She dropped to her knees, facing the flowers, and extended both her arms pleadingly toward them.
"Tell me, pretty cousins," she said in her sweet, gentle voice, "which way will lead us to the Kingdom of Ruggedo, the Nome King?"
At once all the stems bent gracefully to the right and the flower heads nodded once--twice-- thrice in that direction.
"That's it!" cried Files joyfully. "Now we know the way."
Ozga rose to her feet and looked wonderingly at the field-flowers, which had now resumed their upright position.
"Was it the wind, do you think?" she asked in a low whisper.
"No, indeed," replied Files. "There is not a breath of wind stirring. But these lovely blossoms are indeed your cousins and answered your question at once, as I knew they would."
Ruggedo's Rage is Rash and Reckless
The way taken by the adventurers led up hill and down dale and wound here and there in a fashion that seemed aimless. But always it drew nearer to a range of low mountains and Files said more than once that he was certain the entrance to Ruggedo's cavern would be found among these rugged hills.
In this he was quite correct. Far underneath the nearest mountain was a gorgeous chamber hollowed from the solid rock, the walls and roof of which glittered with thousands of magnificent jewels. Here, on a throne of virgin gold, sat the famous Nome King, dressed in splendid robes and wearing a superb crown cut from a single blood-red ruby.
Ruggedo, the Monarch of all the Metals and Precious Stones of the Underground World, was a round little man with a flowing white beard, a red face, bright eyes and a scowl that covered all his forehead. One would think, to look at him, that he ought to be jolly; one might think, considering his enormous wealth, that he ought to be happy; but this was not the case. The Metal Monarch was surly and cross because mortals had dug so much treasure out of the earth and kept it above ground, where all the power of Ruggedo and his nomes was unable to recover it. He hated not only the mortals but also the fairies who live upon the earth or above it, and instead of being content with the riches he still possessed he was unhappy because he did not own all the gold and jewels in the world.
Ruggedo had been nodding, half asleep, in his chair when suddenly he sat upright, uttered a roar of rage and began pounding upon a huge gong that stood beside him.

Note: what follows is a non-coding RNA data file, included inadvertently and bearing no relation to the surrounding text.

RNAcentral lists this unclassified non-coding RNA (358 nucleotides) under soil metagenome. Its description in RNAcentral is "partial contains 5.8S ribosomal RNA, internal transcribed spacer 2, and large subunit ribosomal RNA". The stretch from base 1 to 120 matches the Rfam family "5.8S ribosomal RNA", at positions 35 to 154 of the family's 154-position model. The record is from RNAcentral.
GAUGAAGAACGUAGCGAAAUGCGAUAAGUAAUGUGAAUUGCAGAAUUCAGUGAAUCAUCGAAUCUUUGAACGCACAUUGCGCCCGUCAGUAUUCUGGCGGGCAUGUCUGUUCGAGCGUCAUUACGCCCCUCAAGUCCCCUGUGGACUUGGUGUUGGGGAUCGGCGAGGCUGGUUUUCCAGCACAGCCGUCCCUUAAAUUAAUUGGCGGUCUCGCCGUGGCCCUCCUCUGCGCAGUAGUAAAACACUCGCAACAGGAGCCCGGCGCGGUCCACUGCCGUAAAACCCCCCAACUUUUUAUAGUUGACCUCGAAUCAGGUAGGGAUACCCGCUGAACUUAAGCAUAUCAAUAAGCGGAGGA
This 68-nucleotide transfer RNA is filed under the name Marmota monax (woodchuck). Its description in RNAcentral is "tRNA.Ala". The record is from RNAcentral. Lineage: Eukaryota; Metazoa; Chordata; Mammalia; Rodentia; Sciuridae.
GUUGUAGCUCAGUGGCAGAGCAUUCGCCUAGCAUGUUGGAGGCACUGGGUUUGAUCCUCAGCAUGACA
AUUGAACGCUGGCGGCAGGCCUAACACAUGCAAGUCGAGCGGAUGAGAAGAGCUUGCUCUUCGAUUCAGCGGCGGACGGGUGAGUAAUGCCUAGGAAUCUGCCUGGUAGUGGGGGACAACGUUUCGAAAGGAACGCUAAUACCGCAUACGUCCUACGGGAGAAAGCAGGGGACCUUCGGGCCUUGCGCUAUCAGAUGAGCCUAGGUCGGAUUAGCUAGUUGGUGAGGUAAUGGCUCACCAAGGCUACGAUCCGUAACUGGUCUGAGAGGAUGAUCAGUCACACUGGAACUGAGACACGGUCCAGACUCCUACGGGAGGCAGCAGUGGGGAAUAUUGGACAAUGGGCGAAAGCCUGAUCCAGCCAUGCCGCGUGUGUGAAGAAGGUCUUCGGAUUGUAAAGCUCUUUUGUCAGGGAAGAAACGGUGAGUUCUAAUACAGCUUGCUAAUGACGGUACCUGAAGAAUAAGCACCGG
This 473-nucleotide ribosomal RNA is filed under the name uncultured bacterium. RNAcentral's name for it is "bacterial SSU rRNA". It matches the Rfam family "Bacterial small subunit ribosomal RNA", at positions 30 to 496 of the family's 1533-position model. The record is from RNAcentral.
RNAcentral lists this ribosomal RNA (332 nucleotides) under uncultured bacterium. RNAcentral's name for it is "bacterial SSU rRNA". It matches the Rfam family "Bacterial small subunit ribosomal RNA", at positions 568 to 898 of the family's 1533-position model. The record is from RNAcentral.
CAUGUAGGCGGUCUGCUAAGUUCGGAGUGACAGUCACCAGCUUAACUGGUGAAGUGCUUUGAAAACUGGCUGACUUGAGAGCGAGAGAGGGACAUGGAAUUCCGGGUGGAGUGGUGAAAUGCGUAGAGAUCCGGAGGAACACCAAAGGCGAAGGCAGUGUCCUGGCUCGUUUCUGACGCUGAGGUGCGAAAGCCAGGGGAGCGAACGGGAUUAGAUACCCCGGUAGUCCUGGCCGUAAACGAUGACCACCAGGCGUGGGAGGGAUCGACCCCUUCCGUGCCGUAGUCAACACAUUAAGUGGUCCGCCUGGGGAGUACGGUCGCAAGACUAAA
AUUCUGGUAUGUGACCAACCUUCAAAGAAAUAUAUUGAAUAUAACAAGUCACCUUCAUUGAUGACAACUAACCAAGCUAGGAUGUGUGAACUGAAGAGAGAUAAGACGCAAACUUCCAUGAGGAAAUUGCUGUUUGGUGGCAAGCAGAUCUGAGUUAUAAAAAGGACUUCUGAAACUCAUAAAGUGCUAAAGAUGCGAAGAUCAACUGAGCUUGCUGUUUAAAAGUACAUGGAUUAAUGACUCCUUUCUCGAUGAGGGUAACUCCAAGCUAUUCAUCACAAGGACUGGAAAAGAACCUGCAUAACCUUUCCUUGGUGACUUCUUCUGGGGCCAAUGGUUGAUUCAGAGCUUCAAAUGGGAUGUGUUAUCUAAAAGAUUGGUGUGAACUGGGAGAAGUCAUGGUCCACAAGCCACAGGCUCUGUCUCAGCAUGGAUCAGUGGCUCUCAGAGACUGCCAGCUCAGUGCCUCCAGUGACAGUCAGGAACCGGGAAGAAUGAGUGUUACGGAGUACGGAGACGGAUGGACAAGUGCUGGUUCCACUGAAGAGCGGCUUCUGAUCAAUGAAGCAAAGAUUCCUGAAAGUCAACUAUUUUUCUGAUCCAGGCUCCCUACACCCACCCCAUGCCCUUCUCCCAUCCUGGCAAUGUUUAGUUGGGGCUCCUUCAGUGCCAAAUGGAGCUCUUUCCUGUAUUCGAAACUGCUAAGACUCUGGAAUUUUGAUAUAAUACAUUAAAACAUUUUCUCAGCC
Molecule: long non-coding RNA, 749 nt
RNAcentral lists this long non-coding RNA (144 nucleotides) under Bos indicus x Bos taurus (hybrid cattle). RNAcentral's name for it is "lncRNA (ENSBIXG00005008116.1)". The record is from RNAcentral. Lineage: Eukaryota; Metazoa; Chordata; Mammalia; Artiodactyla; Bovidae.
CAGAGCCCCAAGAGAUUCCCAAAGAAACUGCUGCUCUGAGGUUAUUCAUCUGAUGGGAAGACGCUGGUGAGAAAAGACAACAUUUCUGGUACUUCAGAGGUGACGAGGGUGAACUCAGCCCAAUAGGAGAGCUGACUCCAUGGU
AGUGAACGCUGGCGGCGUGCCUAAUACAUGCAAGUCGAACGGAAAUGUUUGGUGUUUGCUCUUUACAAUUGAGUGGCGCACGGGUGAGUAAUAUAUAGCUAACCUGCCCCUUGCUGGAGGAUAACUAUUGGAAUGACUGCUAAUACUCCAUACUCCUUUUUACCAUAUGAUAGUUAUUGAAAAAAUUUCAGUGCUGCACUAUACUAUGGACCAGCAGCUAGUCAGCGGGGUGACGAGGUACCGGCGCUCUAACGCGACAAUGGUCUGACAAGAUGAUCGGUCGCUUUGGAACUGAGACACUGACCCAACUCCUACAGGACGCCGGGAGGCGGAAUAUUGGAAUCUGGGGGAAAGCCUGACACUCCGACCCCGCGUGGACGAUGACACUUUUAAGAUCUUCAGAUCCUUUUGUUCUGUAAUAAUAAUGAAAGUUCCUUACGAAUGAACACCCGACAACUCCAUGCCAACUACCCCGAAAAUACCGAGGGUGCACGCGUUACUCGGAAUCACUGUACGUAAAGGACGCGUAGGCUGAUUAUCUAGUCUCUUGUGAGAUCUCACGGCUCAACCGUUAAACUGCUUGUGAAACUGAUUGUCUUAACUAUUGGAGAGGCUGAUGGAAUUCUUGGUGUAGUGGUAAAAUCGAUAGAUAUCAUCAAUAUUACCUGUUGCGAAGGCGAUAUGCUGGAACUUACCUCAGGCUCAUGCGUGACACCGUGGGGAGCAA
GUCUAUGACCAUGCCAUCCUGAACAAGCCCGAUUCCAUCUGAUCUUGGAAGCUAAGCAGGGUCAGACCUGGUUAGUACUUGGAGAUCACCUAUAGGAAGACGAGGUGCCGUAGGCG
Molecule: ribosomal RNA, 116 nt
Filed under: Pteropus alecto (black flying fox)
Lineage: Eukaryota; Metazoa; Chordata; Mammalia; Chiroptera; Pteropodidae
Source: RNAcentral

The sound filled the vast cavern and penetrated to many caverns beyond, where countless thousands of nomes were working at their unending tasks, hammering out gold and silver and other metals, or melting ores in great furnaces, or polishing glittering gems. The nomes trembled at the sound of the King's gong and whispered fearfully to one another that something unpleasant was sure to happen; but none dared pause in his task,
The heavy curtains of cloth-of-gold were pushed aside and Kaliko, the King's High Chamberlain, entered the royal presence.
"What's up, Your Majesty?" he asked, with a wide yawn, for he had just wakened.
"Up?" roared Ruggedo, stamping his foot viciously. "Those foolish mortals are up, that's what! And they want to come down."
"Down here?" inquired Kaliko.
"How do you know?" continued the Chamberlain, yawning again.
"I feel it in my bones," said Ruggedo. "I can always feel it when those hateful earth-crawlers draw near to my Kingdom. I am positive, Kaliko, that mortals are this very minute on their way here to annoy me--and I hate mortals more than I do catnip tea!"
"Well, what's to be done?" demanded the nome.
"Look through your spyglass, and see where the invaders are," commanded the King.
So Kaliko went to a tube in the wall of rock and put his eye to it. The tube ran from the cavern up to the side of the mountain and turned several curves and corners, but as it was a magic spyglass Kaliko was able to see through it just as easily as if it had been straight.
"Ho--hum," said he. "I see 'em, Your Majesty."
"What do they look like?" inquired the Monarch.